ABORIGINAL SCULPTURE IN THE GARDENS
An ancient Red Ash (Alphitonia excelsa) in front of the Visitors Centre carved by Aboriginal sculptor Worimi Dates. The carving depicts the people and totems of the Garuahgal tribe of the Raymond Terrace area.
Native animals and people emerge in harmony with the tree telling the story of Worimi's family.
The scaffolding necessary to do the work was supplied by Ace Scaffolds of Tomago, and chainsaw maintenance was provided by Terrace Mowers. The rich colour of the carving is achieved by using Preschem's Aussie Clear timber treatment, Preschem have sponsored the tree by providing a year's supply of oil.
We would also like to acknowledge Tattersall Surveyors of Raymond Terrace and Landcom for securing and arranging the transfer by DARACON and the replanting of the xanthorrhoeas which are now a feature in the garden surrounding the Red Ash.
The Hunter Region Botanic Gardens cover an area of 140 hectares, much of which has been preserved as natural bushland. The Gardens, which were opened to the public in 1986, are designed, developed and managed by a non-profit company of volunteers. The development of the Gardens was recognised in 1999, with the winning of the 'Significant Regional Attraction' award in the Hunter Regional Awards for Excellence in Tourism. The Gardens was a finalist in these awards in 2000, and won Newcastle City Council Environmental Awards in 1999 and 2000.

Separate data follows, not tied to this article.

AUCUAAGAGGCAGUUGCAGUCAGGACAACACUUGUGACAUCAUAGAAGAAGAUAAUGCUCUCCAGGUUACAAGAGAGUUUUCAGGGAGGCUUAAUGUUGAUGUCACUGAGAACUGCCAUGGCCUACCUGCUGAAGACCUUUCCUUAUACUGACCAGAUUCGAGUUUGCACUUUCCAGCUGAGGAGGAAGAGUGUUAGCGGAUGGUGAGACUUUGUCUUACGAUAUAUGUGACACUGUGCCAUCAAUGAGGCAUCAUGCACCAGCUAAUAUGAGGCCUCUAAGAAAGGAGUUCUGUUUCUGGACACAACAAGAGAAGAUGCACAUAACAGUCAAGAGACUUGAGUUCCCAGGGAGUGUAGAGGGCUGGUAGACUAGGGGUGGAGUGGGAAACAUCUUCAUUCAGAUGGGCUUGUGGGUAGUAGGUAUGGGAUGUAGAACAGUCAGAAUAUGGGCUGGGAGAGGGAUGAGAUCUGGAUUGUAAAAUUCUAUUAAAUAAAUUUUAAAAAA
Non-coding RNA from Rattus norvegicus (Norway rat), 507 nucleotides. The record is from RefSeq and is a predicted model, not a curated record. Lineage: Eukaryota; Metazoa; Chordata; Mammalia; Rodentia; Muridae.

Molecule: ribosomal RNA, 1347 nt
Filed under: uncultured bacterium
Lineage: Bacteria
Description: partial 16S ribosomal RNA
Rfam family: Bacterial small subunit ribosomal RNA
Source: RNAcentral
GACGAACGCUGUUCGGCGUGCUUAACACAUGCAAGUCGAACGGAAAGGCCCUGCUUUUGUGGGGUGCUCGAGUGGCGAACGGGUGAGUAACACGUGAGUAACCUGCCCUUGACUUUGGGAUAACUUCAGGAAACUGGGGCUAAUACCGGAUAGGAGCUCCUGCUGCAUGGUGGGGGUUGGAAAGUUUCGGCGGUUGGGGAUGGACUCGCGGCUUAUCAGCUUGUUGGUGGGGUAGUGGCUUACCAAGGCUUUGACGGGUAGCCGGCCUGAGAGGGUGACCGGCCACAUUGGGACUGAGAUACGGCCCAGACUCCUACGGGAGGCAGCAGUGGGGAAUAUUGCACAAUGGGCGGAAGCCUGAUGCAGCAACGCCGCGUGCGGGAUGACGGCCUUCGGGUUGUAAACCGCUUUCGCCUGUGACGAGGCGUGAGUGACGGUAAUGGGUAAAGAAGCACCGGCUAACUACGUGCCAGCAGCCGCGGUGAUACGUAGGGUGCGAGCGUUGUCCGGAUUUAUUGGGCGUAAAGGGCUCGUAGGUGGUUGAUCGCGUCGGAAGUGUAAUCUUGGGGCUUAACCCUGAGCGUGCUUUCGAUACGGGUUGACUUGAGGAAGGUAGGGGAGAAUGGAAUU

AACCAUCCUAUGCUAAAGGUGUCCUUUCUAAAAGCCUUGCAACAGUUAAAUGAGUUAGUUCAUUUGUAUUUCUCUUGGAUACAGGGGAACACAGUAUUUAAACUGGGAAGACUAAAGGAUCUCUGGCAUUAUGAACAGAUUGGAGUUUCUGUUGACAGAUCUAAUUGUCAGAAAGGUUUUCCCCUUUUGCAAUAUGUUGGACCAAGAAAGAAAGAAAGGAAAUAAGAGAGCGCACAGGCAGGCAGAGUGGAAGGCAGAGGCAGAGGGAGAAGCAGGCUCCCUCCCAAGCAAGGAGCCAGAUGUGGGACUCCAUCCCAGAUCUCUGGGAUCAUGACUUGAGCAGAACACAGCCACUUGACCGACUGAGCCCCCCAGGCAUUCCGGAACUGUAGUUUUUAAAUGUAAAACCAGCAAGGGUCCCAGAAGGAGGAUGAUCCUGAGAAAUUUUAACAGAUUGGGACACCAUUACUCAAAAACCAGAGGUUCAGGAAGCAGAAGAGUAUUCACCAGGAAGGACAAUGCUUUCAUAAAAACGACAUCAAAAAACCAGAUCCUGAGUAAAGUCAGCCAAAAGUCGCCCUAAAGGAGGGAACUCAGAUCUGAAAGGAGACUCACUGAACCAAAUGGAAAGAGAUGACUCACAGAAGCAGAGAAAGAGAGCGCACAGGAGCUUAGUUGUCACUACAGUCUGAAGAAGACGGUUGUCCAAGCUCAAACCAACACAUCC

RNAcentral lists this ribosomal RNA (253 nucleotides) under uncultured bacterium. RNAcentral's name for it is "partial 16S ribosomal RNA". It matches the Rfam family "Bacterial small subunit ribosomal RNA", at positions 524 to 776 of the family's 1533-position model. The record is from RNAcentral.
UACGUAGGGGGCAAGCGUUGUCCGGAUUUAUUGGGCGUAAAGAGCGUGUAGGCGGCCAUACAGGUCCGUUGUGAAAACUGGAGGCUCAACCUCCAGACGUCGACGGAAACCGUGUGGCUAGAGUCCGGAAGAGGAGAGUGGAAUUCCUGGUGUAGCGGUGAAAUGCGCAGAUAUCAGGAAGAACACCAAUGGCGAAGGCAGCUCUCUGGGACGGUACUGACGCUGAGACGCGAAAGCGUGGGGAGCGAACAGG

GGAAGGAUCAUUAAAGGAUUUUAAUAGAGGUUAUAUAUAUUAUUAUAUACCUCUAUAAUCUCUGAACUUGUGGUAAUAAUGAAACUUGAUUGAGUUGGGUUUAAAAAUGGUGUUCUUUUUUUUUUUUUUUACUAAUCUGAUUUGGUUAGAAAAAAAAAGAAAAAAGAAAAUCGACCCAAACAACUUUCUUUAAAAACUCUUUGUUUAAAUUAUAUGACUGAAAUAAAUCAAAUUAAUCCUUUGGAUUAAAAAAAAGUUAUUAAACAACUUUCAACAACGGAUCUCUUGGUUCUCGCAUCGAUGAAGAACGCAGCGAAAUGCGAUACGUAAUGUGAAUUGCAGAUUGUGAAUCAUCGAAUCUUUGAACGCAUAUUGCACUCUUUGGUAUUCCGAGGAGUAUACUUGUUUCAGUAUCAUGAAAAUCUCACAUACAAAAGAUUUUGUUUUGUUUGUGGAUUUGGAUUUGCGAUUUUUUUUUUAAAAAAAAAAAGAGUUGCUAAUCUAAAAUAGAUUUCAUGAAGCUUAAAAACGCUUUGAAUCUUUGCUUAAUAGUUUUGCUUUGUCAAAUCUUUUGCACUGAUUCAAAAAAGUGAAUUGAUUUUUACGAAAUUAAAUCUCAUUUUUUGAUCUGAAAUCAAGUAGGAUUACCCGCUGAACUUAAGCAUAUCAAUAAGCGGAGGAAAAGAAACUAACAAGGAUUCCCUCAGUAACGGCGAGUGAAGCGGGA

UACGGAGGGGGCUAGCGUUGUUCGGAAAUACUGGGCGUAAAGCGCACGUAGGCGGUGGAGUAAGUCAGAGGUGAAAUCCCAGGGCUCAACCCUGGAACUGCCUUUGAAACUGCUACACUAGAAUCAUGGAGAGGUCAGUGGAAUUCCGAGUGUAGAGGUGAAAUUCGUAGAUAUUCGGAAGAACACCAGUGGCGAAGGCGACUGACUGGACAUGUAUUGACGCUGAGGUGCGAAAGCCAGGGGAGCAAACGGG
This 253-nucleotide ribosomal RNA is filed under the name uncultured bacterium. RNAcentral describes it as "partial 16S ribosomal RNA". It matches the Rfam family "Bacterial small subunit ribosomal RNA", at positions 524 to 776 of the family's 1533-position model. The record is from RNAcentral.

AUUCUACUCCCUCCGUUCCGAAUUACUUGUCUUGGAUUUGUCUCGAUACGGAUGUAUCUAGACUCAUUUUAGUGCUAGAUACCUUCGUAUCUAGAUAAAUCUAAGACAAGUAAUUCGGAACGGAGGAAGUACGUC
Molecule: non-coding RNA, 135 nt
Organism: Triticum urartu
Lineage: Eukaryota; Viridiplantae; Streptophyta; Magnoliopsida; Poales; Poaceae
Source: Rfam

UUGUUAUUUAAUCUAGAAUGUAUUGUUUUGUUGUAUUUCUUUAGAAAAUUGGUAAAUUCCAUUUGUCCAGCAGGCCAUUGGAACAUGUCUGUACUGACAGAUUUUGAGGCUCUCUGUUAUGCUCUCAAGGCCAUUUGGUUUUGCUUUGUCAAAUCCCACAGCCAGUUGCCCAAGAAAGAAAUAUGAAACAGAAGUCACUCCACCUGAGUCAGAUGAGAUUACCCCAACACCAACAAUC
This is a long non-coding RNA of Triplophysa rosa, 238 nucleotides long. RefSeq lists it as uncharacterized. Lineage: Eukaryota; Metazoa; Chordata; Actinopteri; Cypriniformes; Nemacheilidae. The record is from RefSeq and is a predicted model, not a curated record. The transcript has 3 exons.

To welcome visitors, the Gardens have a Visitors Centre, outdoor cafe, gift shop and reference library. Devonshire teas and light lunches are served daily or visitors can picnic in the Gardens. Walks and excursions are organised regularly and there is a program of special events such as music in the Gardens.
Our virtual Garden Tour shows how much the gardens have to offer.
The gardens are constantly growing as new displays are developed for recreational, educational and scientific purposes. Australian and introduced species are laid out in theme areas including acacias, banksias, proteas, grevillias, ferns, bushtucker plants, succulents and palms. Rare and endangered Australian species are also cultivated.
Many of the plants are suitable for the home garden and the landscaping is an inspiration for the keen gardener. Expert personal advice is available on plantings and propagation and a large selection of plants and herbs can be purchased at low prices.
Easy walking trails provide access to the natural bushland with its mature blackbutt, angophoras and swamp mahogony forests and its under-storey of more than 150 native plants. Ther forests are the natural habitat of goannas, wallabies, lizards, brushtail and ringtail possums, sugar gliders, bats, a small group of resident koalas and many birds.
The Gardens are a delight to visit all year round and draw an increasing number of visitors. Individual visitors are always welcome. Tour groups are asked to book beforehand to ensure that staff and parking are available.
Gardens Sculpture Prize 2013Major Sponsors